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British Airways settles with 2018 data breach victims

Christian Fernsby |
As the court-appointed lead solicitors, PGMBM d that litigation with British Airways has been resolved on confidential terms.

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The UK mediation between legal representatives for claimants and British Airways Plc was resolved on confidential terms.

Harris Pogust, PGMBM Chairman, said: “We are very pleased to have come to a resolution on this matter after constructive mediation with British Airways. This represents an extremely positive and timely solution for those affected by the data incident.”

British Airways revealed on 7 September 2018 that there had been a breach of its security systems, leading to over 420,000 customers and staff having their personal data leaked.

This included names, debit and credit card numbers, addresses, and email addresses.

In July 2019, the Information Commissioner’s Office (ICO) issued a notice of its intention to fine British Airways £183million for infringements of the General Data Protection Regulation (GDPR).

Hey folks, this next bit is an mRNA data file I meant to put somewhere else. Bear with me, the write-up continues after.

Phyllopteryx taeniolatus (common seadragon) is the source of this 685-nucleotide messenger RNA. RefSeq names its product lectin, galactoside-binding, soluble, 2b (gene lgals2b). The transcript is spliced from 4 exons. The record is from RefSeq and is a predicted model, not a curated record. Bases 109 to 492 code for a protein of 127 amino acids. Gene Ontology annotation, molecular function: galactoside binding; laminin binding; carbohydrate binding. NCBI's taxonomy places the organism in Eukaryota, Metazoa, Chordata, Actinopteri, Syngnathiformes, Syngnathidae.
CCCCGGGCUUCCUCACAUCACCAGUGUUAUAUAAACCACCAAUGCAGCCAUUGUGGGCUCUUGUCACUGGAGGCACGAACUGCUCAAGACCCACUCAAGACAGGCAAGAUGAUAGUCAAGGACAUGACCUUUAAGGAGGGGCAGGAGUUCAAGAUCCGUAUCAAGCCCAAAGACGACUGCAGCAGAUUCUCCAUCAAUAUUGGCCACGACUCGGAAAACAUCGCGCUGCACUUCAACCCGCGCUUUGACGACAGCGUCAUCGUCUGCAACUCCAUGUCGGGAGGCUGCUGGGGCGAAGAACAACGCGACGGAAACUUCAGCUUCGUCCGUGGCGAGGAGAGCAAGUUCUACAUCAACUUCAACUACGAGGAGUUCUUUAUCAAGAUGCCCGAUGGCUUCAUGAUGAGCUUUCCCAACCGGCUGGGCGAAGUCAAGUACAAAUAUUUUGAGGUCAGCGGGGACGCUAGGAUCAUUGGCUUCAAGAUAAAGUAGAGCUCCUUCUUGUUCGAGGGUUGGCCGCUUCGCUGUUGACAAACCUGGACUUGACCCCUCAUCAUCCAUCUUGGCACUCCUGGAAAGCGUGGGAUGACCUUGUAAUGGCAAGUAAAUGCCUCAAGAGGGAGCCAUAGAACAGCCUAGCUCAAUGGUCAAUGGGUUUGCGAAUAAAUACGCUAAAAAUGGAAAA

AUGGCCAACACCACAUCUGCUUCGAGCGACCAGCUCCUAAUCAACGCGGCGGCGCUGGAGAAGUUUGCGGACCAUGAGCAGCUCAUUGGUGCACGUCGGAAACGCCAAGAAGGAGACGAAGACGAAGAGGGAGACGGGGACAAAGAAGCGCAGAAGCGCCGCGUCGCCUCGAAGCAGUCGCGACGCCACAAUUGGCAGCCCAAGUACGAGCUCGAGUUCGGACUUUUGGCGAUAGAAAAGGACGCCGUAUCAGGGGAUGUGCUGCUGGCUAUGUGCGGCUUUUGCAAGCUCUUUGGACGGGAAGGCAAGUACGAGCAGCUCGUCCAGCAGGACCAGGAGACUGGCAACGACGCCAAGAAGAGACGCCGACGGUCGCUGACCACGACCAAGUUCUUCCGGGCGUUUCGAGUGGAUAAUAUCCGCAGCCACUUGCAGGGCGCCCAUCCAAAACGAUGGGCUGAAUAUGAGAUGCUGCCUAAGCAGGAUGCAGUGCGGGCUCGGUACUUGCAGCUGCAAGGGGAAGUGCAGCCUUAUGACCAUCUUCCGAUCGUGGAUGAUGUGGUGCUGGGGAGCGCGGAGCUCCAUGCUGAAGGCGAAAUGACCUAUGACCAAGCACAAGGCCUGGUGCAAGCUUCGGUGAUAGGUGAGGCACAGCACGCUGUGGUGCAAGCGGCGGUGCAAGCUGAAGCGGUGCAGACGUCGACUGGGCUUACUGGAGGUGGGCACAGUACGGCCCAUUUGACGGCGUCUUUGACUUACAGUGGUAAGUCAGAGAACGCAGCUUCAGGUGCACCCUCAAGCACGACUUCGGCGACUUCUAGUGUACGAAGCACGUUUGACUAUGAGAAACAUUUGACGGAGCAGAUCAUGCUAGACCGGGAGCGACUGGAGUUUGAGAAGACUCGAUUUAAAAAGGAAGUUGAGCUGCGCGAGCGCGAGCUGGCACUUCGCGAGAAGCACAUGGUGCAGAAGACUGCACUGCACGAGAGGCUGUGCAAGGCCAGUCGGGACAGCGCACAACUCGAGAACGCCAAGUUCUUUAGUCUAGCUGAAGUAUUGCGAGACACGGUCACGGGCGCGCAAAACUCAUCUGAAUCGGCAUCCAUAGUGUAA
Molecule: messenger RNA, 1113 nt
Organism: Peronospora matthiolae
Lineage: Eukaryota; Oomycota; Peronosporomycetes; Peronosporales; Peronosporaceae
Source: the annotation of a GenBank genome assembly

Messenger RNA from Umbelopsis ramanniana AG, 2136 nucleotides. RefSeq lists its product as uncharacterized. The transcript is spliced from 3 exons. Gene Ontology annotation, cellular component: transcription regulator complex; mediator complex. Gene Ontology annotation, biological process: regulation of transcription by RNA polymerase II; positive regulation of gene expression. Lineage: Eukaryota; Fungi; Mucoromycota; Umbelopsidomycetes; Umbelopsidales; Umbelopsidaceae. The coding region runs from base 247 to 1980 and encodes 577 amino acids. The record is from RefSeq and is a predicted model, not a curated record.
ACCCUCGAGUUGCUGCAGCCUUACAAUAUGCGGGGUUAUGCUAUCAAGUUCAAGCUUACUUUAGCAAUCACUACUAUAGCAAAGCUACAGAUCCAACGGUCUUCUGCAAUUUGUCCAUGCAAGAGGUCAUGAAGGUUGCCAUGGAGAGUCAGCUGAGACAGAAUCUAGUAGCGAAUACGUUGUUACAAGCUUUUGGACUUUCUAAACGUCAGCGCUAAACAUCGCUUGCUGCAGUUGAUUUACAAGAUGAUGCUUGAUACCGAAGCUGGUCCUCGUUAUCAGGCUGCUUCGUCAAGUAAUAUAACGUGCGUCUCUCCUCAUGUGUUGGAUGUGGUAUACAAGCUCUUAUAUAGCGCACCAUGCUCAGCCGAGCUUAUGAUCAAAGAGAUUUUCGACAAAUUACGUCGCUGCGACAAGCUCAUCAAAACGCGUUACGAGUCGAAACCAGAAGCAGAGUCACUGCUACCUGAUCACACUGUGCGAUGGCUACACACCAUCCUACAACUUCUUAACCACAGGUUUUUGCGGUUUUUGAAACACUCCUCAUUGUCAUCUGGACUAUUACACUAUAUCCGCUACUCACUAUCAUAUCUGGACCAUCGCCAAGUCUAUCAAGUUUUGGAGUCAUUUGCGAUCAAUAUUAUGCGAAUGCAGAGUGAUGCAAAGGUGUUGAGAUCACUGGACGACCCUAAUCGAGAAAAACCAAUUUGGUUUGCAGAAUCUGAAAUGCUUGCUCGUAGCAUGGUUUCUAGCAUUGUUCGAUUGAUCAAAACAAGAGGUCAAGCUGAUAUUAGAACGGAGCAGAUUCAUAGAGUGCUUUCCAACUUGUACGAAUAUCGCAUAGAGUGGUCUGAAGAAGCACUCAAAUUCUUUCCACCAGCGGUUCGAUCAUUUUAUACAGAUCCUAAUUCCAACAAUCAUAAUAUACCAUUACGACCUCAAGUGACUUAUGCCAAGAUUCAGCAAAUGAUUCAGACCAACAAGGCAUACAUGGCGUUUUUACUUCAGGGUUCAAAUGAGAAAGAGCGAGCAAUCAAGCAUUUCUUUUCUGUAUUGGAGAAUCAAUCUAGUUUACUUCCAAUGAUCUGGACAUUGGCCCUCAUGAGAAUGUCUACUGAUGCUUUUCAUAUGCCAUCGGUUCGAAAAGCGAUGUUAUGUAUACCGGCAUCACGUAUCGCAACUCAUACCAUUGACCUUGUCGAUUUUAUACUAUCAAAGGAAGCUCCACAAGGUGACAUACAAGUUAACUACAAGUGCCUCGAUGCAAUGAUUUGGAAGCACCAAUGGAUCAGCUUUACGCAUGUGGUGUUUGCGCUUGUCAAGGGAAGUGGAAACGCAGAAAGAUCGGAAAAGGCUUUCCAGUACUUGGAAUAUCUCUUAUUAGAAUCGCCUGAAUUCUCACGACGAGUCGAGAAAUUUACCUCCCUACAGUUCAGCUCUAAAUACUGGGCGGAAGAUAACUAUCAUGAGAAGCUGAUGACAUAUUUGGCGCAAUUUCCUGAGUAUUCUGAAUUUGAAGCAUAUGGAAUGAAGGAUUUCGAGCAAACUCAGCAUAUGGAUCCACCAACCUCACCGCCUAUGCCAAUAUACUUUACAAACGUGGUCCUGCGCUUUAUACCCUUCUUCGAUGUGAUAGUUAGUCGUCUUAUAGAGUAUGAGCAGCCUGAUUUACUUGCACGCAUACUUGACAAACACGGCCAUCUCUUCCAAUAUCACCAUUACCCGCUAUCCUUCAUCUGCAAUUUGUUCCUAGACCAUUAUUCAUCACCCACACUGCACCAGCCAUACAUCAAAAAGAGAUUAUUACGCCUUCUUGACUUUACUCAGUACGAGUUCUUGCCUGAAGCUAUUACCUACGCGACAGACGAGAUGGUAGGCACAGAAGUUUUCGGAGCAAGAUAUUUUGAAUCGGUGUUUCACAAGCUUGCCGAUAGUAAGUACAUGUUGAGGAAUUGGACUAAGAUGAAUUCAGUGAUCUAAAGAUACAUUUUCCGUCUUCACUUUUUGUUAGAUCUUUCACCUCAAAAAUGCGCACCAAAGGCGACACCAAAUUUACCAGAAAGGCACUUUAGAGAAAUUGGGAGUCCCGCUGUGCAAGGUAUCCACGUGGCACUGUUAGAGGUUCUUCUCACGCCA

However, in October, the ICO revised the fine down to £20million having considered representations from BA and the impact of Covid-19 on the business.

The PGMBM team, led by Legal Director Tony Winterburn and Associate Michael Burke, filed a claim on behalf of those affected in April 2020, and have welcomed the resolution.

The resolution includes the provision for compensation for qualifying claimants who were part of the litigation but does not include any admission of liability by British Airways Plc.

“The Information Commissioner’s Office laid out how BA did not take adequate measures to keep its passengers’ personal and financial information secure,” Harris said.

“However, this did not provide redress to those affected. This settlement now addresses that.”

As well as being the court-appointed lead solicitors in the British Airways’ data breach case, PGMBM is also representing growing numbers of claimants in a case relating to a similar data breach by easyJet, first revealed in May 2020.

The breach saw nine million passengers’ data exposed, including names, email addresses, and travel information.

Harris added: “The pace at which we have been able to resolve this process with British Airways has been particularly encouraging and demonstrates how seriously the legal system is taking mass data incidents."

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